In a recent case a photographer authorized the operators of a travel website to publish one of his photographs on their website. A pupil at a secondary school in Germany downloaded that photograph from the travel website (on which it was freely accessible) in order to illustrate a school presentation, which was then published on the school website. The photographer alleged that his copyright was infringed by the school since he had given the right to use his photograph only to the operators of the travel website.
In the context of a preliminary ruling, the Court of Justice of the European Union (the Court) was asked by the German Supreme Court to specify how to construct the concept of 'communication to the public' within the meaning of the Copyright Directive of 2001 (the Directive). In a judgment issued in August 2018, the Court reiterated that this concept includes two cumulative criteria, namely an 'act of communication' of a work and the communication of that work to a 'public'. Specifically, the Court affirmed that this concept "covers the posting on a website of a photograph which has been previously published on another website without any restrictions preventing it from being downloaded and with the consent of the copyright holder".
To reach that conclusion, the Court analyzed the posting on one website of a photograph previously posted on another website, after it has been first copied onto a private server, as an 'act of communication'. Reposting shall consequently be seen as an act of communication in itself. The Court then observed that, since the work is posted on one website other than the authorized one by the author, this act of communication shall be regarded as making the work available to a 'new public'. Besides, the Court stated that the absence of technical measures to prevent the Internet user to download the photograph is irrelevant.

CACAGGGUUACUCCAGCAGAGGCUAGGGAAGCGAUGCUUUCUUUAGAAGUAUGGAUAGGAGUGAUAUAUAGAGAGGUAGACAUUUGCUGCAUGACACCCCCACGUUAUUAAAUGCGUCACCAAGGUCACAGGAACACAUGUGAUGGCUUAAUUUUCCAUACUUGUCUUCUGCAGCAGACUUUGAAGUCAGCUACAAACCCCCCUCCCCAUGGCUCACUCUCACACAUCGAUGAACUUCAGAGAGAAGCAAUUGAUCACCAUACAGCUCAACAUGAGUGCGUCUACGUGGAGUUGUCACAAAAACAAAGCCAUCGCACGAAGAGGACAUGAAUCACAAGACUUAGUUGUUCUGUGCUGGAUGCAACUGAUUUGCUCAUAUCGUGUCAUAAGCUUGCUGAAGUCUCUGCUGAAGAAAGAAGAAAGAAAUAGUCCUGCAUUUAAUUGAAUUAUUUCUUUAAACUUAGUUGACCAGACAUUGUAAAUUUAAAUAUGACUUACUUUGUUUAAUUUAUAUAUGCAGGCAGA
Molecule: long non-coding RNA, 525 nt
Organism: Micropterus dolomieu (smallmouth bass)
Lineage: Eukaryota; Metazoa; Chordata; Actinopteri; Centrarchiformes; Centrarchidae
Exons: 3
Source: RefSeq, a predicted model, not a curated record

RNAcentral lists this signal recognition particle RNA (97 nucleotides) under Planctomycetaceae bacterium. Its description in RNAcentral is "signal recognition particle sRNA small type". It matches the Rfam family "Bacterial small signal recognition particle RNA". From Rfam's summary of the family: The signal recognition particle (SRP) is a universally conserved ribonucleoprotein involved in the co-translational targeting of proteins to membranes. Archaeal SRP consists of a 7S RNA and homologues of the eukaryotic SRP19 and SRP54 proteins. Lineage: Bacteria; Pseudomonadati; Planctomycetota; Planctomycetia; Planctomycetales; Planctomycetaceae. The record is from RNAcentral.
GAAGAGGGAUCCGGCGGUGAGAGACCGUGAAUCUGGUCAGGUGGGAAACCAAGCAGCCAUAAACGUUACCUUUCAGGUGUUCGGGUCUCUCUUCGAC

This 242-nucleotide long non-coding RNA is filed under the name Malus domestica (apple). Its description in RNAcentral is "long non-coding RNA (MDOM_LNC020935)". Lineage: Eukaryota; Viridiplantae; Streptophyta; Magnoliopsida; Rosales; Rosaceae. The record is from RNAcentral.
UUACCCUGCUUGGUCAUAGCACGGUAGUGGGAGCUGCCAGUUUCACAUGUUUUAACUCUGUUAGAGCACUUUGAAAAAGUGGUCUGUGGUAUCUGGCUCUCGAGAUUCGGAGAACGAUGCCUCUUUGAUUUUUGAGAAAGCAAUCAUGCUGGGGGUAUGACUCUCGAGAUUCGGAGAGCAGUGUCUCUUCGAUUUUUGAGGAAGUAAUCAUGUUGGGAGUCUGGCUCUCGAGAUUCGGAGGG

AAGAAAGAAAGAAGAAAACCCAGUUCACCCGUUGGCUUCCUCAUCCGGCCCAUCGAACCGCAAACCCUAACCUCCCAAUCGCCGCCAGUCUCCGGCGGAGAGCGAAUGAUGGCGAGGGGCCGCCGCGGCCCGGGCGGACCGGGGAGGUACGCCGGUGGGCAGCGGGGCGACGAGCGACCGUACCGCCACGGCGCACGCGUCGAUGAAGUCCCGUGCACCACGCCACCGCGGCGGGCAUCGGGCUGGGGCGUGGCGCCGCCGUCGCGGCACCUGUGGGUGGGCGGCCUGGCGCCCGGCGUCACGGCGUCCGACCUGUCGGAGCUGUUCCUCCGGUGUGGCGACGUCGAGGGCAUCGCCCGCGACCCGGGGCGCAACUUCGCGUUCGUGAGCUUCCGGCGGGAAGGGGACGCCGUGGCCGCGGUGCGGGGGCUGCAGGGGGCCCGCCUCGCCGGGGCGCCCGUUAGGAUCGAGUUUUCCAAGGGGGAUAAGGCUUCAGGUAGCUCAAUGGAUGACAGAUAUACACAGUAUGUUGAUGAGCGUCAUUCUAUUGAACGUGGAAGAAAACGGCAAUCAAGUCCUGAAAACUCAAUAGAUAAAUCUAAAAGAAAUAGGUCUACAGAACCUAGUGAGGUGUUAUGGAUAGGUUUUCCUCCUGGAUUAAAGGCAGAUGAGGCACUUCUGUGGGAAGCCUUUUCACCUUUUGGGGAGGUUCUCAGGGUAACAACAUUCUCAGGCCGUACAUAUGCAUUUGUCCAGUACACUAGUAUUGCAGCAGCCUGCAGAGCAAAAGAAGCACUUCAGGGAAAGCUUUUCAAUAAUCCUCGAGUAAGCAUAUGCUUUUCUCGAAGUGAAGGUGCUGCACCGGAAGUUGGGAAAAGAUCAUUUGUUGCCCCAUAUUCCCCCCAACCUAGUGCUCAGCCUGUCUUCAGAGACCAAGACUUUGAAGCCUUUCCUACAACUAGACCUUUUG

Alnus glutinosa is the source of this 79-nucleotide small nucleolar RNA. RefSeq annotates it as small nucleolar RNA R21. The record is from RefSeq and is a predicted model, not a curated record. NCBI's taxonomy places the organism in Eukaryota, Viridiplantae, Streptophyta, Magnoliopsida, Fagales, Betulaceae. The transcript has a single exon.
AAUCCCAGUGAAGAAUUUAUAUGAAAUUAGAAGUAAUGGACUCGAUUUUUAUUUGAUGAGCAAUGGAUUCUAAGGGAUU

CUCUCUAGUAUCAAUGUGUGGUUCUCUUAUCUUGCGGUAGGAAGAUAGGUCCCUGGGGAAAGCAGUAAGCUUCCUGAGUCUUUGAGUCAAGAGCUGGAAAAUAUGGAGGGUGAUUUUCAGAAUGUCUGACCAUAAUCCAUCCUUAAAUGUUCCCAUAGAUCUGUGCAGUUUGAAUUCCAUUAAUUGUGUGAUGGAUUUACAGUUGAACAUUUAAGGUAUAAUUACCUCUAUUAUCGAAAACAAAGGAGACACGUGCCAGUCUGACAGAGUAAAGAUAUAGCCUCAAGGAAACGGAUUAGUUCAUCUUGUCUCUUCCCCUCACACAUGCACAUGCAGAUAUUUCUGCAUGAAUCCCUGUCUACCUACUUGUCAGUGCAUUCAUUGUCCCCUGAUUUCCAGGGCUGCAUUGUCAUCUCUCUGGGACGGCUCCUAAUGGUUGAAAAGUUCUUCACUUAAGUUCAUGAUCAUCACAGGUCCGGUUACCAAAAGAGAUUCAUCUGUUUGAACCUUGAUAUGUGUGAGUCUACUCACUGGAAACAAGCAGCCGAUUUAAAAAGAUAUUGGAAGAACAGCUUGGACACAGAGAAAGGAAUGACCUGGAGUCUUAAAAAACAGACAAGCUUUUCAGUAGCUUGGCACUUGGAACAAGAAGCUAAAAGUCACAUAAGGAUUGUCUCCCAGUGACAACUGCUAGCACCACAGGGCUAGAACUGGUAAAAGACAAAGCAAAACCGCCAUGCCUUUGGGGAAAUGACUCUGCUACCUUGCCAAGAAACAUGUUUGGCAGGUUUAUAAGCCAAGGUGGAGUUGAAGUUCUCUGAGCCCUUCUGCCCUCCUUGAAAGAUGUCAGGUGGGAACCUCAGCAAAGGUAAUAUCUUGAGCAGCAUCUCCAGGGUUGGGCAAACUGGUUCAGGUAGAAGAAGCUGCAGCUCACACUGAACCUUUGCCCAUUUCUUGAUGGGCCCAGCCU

As a consequence, prior authorization of author is required to repost on one website a work subject to copyright even though it had already been lawfully published on another website with no restriction. Even though the sanction of such an infringement mostly consists in an order to cease and desist the reproduction of the work subject to copyright, such cases can adversely affect the image of companies. It is therefore advised to collect the consent of the author prior to reposting on a website.
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